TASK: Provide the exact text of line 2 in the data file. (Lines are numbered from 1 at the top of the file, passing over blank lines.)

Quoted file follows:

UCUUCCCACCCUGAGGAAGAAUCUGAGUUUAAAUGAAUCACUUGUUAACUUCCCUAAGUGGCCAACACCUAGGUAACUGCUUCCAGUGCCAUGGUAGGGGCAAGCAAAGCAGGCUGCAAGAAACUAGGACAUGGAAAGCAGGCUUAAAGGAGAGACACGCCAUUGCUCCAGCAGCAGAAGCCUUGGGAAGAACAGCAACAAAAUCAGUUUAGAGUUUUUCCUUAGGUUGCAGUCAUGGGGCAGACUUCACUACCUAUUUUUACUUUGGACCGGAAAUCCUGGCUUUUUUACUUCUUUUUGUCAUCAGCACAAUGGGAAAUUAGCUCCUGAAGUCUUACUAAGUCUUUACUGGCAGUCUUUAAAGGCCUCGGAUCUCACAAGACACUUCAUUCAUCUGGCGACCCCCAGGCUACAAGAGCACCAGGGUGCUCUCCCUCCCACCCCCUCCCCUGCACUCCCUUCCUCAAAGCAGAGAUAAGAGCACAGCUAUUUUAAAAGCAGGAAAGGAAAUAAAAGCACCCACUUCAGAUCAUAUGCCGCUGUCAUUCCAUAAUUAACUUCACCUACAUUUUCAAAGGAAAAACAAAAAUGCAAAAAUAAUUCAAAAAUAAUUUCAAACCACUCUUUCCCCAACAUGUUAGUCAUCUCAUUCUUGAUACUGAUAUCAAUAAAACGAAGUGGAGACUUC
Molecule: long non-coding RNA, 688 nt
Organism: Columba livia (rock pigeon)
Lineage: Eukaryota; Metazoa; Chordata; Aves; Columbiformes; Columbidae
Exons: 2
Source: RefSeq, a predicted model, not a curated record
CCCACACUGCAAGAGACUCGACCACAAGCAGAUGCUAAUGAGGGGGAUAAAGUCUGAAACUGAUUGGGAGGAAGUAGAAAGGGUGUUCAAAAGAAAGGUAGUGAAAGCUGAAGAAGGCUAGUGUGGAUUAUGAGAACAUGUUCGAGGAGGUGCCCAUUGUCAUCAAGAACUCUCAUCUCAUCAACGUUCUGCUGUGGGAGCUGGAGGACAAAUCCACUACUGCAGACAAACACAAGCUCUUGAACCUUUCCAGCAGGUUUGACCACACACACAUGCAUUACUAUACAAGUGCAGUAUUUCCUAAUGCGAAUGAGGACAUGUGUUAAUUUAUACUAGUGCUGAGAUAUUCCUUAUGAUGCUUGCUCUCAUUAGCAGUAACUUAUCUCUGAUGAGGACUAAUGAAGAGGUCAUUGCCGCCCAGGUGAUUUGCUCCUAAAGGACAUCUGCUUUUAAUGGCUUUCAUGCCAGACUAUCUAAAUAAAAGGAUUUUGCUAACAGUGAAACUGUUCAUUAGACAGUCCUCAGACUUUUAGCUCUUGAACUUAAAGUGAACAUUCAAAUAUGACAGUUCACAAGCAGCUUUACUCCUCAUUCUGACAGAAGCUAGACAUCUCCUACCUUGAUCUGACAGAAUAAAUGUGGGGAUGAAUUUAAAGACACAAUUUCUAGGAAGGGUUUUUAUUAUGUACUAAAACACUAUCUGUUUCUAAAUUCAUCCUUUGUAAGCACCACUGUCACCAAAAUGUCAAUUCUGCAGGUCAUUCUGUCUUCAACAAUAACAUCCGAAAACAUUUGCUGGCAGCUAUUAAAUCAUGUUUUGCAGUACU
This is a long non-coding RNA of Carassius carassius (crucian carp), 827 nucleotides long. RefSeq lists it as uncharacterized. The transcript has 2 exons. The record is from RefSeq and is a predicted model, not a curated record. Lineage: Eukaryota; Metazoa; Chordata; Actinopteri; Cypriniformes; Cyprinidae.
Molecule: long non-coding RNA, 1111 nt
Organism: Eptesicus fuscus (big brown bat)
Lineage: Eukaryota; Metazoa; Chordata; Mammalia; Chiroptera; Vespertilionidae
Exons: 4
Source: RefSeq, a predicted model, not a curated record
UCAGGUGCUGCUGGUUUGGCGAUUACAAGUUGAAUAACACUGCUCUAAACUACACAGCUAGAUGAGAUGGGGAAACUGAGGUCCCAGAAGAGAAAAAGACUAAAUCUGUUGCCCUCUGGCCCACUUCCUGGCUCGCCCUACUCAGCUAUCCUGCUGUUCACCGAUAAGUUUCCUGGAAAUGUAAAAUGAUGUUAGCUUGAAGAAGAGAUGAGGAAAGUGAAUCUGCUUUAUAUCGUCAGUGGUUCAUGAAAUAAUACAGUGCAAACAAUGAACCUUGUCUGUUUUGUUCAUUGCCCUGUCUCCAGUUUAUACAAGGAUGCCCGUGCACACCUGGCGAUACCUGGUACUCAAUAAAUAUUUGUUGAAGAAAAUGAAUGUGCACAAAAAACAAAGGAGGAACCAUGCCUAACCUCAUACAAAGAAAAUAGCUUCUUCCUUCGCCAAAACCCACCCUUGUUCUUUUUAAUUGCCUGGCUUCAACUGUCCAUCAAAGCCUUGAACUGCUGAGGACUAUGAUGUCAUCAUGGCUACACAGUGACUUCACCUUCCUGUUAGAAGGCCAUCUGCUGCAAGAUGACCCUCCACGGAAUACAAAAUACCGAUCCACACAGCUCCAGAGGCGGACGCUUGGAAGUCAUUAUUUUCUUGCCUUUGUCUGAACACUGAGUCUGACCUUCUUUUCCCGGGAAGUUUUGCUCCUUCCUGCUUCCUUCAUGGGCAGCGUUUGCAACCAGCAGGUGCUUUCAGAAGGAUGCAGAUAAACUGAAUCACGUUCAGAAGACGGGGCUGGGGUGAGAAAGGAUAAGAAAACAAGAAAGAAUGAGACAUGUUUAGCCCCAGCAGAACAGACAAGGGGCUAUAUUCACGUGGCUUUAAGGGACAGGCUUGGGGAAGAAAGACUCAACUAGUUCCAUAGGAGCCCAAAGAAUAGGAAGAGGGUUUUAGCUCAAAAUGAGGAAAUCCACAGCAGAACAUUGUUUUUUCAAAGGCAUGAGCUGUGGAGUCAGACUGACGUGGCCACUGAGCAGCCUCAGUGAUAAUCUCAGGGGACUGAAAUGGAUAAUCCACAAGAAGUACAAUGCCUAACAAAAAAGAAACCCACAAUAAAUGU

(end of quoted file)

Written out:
Molecule: long non-coding RNA, 688 nt